So far, 2020 has seen several noteworthy high-rise building fires. On Wednesday, January 29, a fire in a 25-story residential high-rise in Los Angeles left at least 11 people injured, one fatally. The fire was said to have begun on the 6th floor and spread to the 7th floor of the non-sprinklered building. Ironically, a fire that erupted on the 11th floor of the same building in 2013 displaced up to 150 residents and injured two people. On January 14th, nearly two dozen people were hurt, two of them critically, following a fire on the 24th floor of a luxury high-rise building on the Upper East Side of New York City. The fire started in an apartment's kitchen and spread through the entire floor. It was likely because the of an open door to the dwelling unit that the fire spread so rapidly throughout the floor.
One required fire protection feature found in nearly all high-rise buildings is a standpipe system. Standpipe systems are fixed piping systems with associated equipment that transports water from a reliable water supply to designated areas of buildings. These systems can significantly improve the efficiency of manual fire-fighting operations by eliminating the need for long and cumbersome hose lays from fire apparatus to a fire. Even in buildings that are protected by automatic sprinklers, standpipe systems can play an important role in building fire safety by serving as a backup for, and complement to, sprinklers.
Standpipes in high-rise buildings can serve to increase life safety, as well as property protection, because of the lengthy evacuation times associated with tall buildings. In many cases, emergency action plans advise occupants who are not in immediate danger of exposure to fire to remain within the building to allow responding fire service personnel better access to the standpipes within the exit stair enclosures (staged/partial evacuation). Use of standpipes at such times supplements the operation of the required automatic sprinkler system.
The design and installation of standpipe systems shall be in accordance with not only Section 13.2 of NFPA 1 but also NFPA 14 which sets the minimum requirements for the installation of both standpipe and hose systems. All high-rise buildings are required to be protected throughout by a Class I standpipe system. A Class I system provides 2½ in. (65 mm) hose connections at designated locations in a building for use by the fire department. A Class I system is typically required in buildings that have more than three stories above or below grade because of the time and difficulty involved in laying hose from fire apparatus directly to remote floors. For these reasons, Class I standpipes are the required system in high-rise buildings. (Refer to NFPA 1 for other conditions where a standpipe may be required in other than a high-rise building.)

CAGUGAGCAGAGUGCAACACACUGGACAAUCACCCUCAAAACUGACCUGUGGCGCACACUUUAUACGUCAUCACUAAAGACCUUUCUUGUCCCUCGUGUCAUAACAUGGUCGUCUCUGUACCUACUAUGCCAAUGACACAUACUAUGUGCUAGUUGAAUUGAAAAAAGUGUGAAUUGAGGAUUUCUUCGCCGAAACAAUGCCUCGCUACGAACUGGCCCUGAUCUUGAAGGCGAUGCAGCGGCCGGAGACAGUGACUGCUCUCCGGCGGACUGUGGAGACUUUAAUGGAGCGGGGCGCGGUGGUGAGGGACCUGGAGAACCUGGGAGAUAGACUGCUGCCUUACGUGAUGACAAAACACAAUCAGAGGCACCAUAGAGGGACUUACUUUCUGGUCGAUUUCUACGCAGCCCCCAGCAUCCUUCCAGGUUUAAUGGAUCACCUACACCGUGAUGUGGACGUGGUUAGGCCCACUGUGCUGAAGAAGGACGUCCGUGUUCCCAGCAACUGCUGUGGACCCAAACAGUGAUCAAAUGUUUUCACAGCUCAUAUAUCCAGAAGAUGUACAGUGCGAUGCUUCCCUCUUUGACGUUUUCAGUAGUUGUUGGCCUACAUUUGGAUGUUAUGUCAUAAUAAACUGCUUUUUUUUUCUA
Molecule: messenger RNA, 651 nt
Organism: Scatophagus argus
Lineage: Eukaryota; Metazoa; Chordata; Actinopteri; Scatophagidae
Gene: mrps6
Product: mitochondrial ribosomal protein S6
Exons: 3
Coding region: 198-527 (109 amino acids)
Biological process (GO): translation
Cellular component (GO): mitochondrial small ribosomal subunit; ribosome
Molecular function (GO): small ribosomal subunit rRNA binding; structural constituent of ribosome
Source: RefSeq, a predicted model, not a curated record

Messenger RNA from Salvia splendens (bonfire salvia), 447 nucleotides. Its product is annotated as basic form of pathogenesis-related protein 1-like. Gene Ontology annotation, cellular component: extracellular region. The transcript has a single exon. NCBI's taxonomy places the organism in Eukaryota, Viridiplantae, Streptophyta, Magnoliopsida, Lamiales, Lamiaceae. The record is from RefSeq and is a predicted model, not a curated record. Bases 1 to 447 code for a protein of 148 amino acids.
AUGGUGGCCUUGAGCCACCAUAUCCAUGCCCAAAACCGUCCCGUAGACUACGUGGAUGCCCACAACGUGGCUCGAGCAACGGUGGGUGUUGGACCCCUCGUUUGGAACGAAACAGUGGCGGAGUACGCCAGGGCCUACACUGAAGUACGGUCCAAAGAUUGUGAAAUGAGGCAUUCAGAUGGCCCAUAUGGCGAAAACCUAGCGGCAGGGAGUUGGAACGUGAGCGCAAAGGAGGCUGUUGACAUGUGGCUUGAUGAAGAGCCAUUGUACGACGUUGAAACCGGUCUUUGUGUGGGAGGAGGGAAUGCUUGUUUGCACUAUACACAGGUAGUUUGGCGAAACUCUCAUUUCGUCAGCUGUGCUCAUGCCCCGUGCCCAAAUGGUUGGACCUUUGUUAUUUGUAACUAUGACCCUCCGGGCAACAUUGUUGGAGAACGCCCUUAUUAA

Also per NFPA 1, the AHJ is authorized to permit the removal of existing occupant use hose lines where all of the following conditions are met:
- This Code does not require their installation.
- The current building code does not require their installation.
- The AHJ determines that the occupant-use hose line will not be utilized by trained personnel or the fire department.
It is not the intent to permit the removal of portions of the existing standpipe system other than hose lines, and that such remaining system components be maintained and available for use by the fire department or other appropriate fire suppression personnel. This is intended to explicitly allow the removal of nonrequired, occupant-use standpipe hose from buildings. Prior to the 2015 edition, some AHJs might have been wary of permitting the removal of occupant-use hose, lacking any Code language stating its removal was permitted. Provided that the hose is not required by NFPA 1 or the applicable building code, and no trained on-site fire suppression personnel would be expected to utilize it, the hose can be removed. It is preferable for untrained building occupants to evacuate rather than attempt to extinguish a fire using hose lines.
Like any other building fire protection system, standpipe systems must be properly maintained. NFPA 25 provides the specific details for inspection, testing and maintenance procedures, frequencies and documentation. The owner is responsible for maintaining the standpipe system and keeping it in good working condition. The local AHJ is then responsible for confirming through the owner that they have done their job in maintaining the system in accordance with the appropriate procedures.
Standpipe systems are critical for life safety, property protection and for efficient firefighter operations and their safety. Fires in high-rise buildings will continue to occur, but ensuring these systems, when required, are present and functioning, can minimize the impact of these events.
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